Denver’s New Codes – The Gives and Takes

The City and County of Denver adopted a new set of building, fire, and “green” codes in 2022 as part of three planned updates scheduled through 2027. In discussing implementation of the new rules, the city council voted to delay requiring residents to electrify their homes…for the time being, at least.

For now, the new regulations will only apply to commercial and multifamily buildings larger than 25,000 square feet. But under the new rules, starting in March, commercial and multifamily contractors will no longer get “quick permits” for replacing certain gas-fired heating and cooling systems. Instead, permits for “like for like” replacements such as swapping a gas range for electric will be the same as those required for heat pumps, requiring a more detailed (and expensive) process.

According to a recent article in the Denver Gazette, more changes are coming in 2025 and 2027, including stricter requirements on gas-fired furnace replacement. In 2025, any replacement of a gas-fired furnace must be with an electrical system. By 2027, the code will require 50% of replacements of gas-fired heating systems to be electric.

While officials say they don’t want people to have to pay for replacing “perfectly good” gas appliances currently, they hinted at the council meeting that extending the code requirements to all residential properties is still under consideration.

There Will be Pain

As noted in the Gazette article, electrifying a city the size of Denver will mean greatly increased electricity consumption and high conversion costs. Switching existing gas- and coal-fired power plants to renewable energy sources is an expensive and time-consuming process and the renewable energy sources currently available are insufficient and unreliable. As technology improves, better renewable sources are bound to become available, but still at a cost, one that will likely be borne by consumers.

Even if cost-effective solutions are found, the current electrical grid will need to be massively upgraded to carry the added load. That will also be expensive and time-consuming, and again, the cost will be passed along to customers and taxpayers one way or another. And it won’t be cheap.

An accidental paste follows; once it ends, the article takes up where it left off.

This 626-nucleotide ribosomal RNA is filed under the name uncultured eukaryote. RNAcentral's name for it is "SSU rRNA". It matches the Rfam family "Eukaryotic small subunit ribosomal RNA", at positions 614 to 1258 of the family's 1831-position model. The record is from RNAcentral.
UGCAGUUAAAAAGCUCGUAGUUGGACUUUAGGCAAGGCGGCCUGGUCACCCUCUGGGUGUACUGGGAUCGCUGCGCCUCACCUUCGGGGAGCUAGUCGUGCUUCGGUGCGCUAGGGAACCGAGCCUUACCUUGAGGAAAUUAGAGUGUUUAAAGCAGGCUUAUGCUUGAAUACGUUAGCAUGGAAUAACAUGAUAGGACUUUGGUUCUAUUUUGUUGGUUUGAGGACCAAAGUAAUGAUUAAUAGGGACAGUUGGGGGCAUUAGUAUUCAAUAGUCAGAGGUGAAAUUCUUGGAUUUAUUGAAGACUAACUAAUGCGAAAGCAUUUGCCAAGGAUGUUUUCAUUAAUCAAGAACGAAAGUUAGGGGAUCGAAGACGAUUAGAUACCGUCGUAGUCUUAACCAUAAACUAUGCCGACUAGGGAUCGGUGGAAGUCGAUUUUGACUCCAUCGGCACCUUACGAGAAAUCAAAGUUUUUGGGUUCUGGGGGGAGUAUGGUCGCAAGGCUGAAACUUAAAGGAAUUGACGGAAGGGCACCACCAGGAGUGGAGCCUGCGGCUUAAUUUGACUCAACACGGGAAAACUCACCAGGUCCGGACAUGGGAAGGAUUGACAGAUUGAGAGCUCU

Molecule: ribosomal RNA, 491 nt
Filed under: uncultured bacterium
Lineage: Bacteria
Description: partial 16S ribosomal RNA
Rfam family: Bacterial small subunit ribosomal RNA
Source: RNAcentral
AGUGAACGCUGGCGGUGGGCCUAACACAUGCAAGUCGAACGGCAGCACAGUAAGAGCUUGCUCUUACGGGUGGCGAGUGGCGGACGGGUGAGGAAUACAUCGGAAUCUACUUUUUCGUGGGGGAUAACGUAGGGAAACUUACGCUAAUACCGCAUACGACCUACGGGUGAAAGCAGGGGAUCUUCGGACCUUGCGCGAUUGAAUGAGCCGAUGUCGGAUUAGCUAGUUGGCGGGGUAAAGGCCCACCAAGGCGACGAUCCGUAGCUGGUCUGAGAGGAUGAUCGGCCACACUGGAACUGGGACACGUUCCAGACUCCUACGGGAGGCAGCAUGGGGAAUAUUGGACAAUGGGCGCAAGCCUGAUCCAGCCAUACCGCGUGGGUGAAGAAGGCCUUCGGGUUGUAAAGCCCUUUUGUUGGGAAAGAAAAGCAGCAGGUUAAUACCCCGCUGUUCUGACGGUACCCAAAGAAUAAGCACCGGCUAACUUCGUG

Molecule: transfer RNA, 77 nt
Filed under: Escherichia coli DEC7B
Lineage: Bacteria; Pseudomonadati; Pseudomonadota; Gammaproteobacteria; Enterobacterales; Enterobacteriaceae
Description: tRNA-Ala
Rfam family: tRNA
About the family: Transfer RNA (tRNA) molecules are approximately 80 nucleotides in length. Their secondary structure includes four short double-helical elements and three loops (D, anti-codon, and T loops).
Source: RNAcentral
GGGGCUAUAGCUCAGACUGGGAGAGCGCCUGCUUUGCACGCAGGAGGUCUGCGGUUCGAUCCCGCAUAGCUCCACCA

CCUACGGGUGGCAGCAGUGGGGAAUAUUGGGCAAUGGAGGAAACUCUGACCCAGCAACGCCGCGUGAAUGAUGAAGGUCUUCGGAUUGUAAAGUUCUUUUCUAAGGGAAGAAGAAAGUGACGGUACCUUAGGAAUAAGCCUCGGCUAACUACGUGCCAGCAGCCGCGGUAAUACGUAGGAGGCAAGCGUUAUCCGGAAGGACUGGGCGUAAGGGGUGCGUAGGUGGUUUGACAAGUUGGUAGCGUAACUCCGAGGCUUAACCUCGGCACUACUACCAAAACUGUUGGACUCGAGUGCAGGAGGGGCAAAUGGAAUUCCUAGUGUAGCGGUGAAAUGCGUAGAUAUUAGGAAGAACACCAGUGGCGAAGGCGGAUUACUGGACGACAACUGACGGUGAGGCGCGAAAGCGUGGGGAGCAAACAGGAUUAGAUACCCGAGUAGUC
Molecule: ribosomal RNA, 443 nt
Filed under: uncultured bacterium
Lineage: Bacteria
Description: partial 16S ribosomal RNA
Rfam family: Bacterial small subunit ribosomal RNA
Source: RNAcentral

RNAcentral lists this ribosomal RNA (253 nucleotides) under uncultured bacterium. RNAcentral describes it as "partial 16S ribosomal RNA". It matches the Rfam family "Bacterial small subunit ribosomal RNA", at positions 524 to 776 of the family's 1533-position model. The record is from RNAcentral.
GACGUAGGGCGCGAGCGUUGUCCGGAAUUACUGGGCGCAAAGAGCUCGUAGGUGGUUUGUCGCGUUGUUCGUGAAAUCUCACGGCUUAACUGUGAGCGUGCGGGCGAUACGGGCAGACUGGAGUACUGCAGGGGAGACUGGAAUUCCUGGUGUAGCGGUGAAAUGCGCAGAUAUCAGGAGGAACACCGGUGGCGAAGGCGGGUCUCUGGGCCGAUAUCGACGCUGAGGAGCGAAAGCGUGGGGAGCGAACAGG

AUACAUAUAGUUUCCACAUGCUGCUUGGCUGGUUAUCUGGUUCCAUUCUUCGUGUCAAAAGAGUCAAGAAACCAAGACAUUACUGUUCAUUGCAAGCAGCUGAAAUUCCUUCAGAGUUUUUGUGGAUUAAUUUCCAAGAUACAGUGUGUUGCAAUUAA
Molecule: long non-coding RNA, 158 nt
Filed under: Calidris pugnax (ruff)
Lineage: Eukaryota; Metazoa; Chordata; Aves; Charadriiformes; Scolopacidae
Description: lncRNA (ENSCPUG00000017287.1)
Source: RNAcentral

In a report issued last June, the American Cornerstone Institute analyzed the costs of

adopting so-called “green” building codes for each new residential building at between $6,450 and $22,352. When Black Hills Energy, a regional utility that serves mostly smaller communities in Colorado and surrounding states, examined the potential costs of full electrification of Rocky Ford, Colorado, a town of fewer than 4,000 people, they estimated it would be between $46.5 million and $53.8 million, roughly $12,500 per person. For a city the size of Denver with a population of roughly 700,000, that comes to $8.75 billion.

Soothing the Pain

If you want (or need) to replace your gas heating or other gas-fired appliances, the city's Climate Action, Sustainability and Resiliency department is offering rebates that can be combined with other incentives available from Xcel Energy and the federal government, which electrification advocates say will ease the cost of transitioning away from gas appliances.

Going Electric? It’s Time to Call a Pro

“Going electric” can be complicated and expensive. If not done carefully, it can cost more than money—it can pose serious risks to both your property and the precious things it houses.

Let Allstar Electrical Services help you assess the costs and benefits of such a move, including how to take full advantage of the various federal, state, and local programs to keep your costs to a minimum. Give us a call at 303.399.7420 or visit our website. We’re top-rated by the Better Business Bureau and a preferred contractor by Angi’s Home Advisor. We’re ready to work with you to get the results you expect and deserve.